Powered fiber cable systems
So fiber is a great option for handling long-distance data transmission, but what about also delivering power?
A powered fiber cable system (PFCS) addresses the need for local power as well as the need for fiber data connectivity. The PFCS incorporates a rack-mounted power and optical-fiber termination point, a hybrid cable that includes both singlemode and multimode fiber and electrical conductors, and a remote termination node that plugs into the camera being powered.
In a powered fiber cable system (PFCS), each cable can deliver power to any PoE-compliant device at a distance up to 3 kilometers. The PFCS also includes DC/DC conversion technology.
In a PFCS, each cable is capable of powering any PoE-compliant device at a distance of up to 3 kilometers, giving the system 30 times the reach of standard PoE systems. An integrated media converter and PoE chipset work together to deliver a simple PoE or PoE Plus output in an RJ45 jack. The system incorporates DC/DC conversion technology to eliminate DC line powering calculations, and it features primary, secondary, and tertiary electrical protection for use in harsh outdoor environments as well as indoor venues.
Powered fiber cable systems significantly reduce deployment costs and time to deployment by putting control over local power back in the hands of the network operator. These cable systems simplify power negotiations, metering, and monthly recurring charges for power at the remote sites, and they streamline deployments by providing power and network connectivity at the same location.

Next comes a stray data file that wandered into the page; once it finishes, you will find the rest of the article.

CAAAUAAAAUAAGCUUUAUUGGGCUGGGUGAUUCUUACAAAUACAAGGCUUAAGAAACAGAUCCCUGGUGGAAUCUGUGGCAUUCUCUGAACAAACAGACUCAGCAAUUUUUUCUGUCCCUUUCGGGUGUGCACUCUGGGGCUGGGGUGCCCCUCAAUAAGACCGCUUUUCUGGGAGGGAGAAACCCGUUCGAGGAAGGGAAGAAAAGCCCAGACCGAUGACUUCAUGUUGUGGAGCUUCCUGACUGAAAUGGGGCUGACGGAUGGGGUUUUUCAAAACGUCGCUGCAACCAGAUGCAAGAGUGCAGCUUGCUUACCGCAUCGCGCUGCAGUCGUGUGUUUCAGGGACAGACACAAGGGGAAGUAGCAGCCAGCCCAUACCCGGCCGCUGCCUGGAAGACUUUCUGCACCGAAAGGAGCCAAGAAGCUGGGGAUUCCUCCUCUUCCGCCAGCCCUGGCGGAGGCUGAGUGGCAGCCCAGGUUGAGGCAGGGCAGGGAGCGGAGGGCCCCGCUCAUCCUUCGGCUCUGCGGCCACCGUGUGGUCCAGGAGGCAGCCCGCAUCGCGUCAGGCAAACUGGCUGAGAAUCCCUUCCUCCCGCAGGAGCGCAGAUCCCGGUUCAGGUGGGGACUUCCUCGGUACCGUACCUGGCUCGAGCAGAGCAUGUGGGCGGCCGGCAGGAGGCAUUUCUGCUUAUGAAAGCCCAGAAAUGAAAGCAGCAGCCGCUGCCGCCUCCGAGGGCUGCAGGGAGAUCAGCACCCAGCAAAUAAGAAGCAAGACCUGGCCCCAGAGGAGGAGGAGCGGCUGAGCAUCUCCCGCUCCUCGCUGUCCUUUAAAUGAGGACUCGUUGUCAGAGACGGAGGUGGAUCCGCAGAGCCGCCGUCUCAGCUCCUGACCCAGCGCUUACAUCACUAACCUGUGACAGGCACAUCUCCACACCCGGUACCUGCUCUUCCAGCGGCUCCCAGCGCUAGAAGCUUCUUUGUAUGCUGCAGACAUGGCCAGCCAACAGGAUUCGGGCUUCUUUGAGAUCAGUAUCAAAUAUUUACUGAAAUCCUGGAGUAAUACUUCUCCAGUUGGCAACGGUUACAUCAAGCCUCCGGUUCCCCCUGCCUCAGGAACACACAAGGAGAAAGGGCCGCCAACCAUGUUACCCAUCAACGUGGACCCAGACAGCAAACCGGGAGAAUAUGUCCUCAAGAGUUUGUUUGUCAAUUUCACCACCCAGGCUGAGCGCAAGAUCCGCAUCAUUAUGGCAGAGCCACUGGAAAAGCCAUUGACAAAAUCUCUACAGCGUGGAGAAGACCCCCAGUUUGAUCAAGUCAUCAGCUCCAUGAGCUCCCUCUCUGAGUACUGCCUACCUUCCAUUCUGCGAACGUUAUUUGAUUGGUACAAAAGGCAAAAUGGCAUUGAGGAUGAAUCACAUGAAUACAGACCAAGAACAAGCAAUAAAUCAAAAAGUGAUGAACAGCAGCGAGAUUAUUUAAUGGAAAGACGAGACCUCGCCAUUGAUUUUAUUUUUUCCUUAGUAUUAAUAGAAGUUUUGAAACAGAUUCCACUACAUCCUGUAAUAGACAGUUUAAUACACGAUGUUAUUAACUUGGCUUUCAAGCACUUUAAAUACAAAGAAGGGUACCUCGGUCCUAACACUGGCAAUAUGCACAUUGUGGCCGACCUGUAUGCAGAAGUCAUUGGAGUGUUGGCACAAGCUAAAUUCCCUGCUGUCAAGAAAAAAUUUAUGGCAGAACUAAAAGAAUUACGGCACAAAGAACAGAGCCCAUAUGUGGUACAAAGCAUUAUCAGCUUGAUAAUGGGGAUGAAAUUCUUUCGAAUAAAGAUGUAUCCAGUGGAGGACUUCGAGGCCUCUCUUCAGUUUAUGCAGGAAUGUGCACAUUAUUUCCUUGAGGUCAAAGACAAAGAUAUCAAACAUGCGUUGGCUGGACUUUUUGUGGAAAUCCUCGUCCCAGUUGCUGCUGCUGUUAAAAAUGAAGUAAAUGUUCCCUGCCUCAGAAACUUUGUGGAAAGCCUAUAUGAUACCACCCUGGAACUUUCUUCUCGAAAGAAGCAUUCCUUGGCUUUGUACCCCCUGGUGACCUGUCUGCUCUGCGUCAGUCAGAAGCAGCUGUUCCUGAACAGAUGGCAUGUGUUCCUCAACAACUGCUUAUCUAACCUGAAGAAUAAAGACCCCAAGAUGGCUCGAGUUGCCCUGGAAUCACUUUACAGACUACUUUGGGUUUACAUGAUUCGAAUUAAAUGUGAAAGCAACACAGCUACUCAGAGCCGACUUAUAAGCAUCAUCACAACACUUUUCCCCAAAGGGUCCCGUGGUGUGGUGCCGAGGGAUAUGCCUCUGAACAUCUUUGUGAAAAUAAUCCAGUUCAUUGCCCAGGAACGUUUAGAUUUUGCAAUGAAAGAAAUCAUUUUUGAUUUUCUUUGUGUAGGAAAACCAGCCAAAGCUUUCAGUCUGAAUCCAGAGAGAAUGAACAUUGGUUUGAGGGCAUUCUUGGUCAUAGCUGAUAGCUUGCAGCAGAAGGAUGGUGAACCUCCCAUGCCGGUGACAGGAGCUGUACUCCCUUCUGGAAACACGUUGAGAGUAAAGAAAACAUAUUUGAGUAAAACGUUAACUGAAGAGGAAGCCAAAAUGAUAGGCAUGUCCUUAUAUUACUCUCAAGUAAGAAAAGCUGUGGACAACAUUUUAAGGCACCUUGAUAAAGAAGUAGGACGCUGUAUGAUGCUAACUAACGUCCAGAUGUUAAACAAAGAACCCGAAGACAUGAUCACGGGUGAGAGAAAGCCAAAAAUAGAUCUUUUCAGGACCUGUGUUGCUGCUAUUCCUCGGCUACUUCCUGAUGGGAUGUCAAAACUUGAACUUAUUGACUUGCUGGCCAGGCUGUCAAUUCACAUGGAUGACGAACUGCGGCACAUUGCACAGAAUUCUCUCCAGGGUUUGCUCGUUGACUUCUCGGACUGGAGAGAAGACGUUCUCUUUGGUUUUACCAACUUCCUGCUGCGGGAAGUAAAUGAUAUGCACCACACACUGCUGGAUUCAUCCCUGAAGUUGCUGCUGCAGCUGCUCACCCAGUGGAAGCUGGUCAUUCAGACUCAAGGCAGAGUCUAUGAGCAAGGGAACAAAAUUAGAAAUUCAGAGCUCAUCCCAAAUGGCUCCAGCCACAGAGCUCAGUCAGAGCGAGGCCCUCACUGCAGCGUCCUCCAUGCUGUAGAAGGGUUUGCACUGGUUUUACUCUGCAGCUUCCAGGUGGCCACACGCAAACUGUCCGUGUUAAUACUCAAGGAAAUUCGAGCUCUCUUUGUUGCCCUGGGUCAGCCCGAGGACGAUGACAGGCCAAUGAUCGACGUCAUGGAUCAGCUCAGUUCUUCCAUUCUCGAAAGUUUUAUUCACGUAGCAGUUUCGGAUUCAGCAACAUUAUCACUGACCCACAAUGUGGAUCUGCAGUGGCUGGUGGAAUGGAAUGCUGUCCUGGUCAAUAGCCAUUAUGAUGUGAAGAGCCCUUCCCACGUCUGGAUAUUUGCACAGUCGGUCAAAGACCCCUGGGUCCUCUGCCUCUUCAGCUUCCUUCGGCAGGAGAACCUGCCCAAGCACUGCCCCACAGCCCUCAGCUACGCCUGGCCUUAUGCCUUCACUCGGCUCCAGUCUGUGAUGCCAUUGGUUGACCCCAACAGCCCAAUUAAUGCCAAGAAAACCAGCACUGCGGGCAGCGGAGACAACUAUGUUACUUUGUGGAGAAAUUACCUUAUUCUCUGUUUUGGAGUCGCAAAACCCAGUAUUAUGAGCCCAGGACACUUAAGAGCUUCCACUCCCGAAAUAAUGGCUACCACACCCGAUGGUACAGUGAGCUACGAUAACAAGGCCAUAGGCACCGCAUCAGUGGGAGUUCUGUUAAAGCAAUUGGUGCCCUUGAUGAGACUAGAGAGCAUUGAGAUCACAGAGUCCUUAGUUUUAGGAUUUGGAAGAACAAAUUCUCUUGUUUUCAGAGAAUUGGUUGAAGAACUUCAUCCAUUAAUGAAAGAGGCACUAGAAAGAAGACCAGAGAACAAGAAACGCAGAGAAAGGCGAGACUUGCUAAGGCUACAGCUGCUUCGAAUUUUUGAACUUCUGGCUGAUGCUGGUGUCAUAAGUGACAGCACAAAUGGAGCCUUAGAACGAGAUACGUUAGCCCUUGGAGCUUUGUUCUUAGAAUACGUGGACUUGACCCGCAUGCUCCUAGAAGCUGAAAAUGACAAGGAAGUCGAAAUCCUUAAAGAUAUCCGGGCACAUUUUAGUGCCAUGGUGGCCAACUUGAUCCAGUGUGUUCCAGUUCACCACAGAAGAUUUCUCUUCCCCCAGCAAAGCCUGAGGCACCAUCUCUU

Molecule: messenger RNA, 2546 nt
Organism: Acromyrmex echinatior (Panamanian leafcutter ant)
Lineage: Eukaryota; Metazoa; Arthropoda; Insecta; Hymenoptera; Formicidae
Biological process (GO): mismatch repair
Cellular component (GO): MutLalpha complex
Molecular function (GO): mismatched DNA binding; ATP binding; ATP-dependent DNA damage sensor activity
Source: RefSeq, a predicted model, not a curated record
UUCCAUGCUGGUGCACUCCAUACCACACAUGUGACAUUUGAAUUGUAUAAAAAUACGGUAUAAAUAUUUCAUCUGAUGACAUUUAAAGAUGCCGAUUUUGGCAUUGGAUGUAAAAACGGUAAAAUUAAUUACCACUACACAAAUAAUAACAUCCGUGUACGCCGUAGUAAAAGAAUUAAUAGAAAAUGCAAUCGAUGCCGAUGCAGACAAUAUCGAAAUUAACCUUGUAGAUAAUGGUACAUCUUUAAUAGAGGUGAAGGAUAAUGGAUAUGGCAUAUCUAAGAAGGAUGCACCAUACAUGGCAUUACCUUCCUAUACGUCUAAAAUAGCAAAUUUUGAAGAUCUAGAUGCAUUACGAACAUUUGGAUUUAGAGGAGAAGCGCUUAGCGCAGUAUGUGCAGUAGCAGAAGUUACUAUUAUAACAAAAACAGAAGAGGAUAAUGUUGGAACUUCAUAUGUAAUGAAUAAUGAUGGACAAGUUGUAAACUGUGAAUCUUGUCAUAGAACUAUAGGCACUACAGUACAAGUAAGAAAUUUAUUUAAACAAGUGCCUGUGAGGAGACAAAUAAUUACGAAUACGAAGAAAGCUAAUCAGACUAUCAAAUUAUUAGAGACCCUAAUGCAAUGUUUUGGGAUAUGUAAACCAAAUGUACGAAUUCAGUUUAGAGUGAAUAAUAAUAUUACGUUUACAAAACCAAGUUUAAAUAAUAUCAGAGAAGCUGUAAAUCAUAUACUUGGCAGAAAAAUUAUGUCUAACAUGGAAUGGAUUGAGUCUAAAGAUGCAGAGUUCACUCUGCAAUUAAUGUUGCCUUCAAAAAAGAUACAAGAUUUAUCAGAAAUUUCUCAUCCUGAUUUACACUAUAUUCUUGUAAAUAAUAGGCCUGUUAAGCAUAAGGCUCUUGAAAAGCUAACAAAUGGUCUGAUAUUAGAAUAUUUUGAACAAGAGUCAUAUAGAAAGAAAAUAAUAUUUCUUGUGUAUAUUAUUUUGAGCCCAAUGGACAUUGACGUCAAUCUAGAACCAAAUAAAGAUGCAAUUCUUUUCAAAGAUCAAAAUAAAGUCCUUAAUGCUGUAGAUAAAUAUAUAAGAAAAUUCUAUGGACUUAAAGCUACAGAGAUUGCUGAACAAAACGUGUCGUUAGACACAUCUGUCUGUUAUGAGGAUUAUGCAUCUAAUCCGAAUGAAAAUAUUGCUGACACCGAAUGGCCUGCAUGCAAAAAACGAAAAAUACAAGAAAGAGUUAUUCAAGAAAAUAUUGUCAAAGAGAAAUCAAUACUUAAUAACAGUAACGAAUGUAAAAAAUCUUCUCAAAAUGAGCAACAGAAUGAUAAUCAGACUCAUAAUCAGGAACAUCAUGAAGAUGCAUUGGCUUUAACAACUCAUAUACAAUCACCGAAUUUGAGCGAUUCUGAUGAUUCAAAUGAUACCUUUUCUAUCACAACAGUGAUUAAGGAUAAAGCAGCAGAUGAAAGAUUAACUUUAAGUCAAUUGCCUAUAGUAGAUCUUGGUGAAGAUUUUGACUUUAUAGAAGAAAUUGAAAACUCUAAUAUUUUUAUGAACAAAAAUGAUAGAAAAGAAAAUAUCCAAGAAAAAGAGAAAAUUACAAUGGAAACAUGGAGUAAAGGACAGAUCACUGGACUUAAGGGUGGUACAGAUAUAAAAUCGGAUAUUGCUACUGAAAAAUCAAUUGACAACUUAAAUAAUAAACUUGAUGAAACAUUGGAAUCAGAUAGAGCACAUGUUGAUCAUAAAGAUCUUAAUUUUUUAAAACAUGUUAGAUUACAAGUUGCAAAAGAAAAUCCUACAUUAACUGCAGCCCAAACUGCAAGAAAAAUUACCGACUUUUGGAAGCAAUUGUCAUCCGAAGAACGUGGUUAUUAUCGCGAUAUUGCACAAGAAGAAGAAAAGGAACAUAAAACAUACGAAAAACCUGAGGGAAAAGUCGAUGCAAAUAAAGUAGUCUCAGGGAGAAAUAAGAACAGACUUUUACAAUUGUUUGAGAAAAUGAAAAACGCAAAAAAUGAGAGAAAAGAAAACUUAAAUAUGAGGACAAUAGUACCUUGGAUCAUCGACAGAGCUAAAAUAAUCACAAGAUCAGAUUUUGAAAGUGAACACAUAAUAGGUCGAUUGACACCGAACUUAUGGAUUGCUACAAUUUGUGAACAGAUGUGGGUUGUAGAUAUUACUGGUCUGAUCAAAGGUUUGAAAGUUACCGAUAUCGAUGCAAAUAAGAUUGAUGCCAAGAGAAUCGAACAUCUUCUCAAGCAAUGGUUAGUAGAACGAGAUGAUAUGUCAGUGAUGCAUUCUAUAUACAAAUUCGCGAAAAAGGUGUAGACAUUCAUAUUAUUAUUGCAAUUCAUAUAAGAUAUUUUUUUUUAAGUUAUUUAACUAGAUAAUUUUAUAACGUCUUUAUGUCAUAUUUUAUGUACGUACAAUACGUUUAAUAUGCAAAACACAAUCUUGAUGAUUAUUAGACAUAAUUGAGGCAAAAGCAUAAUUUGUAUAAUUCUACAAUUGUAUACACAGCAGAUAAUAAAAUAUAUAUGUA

Deploying surveillance cameras with a PFCS
With a PFCS, deploying video cameras becomes a fairly straightforward process. The PFCS acts as a long extension cord for data and power connectivity to any location desired, so the cameras can be placed exactly where they will do the most good, rather than at locations where power is available. The PFCS also eliminates the need for licensed electricians by staying within the National Electrical Code (NEC) Class 2 and Safety Extra Low Voltage (SELV) limits for low power, intrinsically safe electrical systems. Cables may be routed in the same cable pathways as Ethernet cable and other fiber-optic communications cables.
Moreover, the PFCS saves the cost of running separate data and power cables. In a south Florida golf course, for example, a design for a power/data network supporting 36 surveillance cameras was initially done using separate power and fiber cables at a cost of $981,000, but the same design with PFCS cost only $839,0000-a savings of $142,000, or 14.5 percent.
As video cameras come to support 4K and higher resolutions, installers and users can slash deployment costs, eliminate power negotiations and costs, and significantly speed camera rollouts by using a PFCS.
Ryan Chappell is North American solutions architect at CommScope (www.commscope.com). He holds bachelor’s and master’s degrees in engineering from NC State University.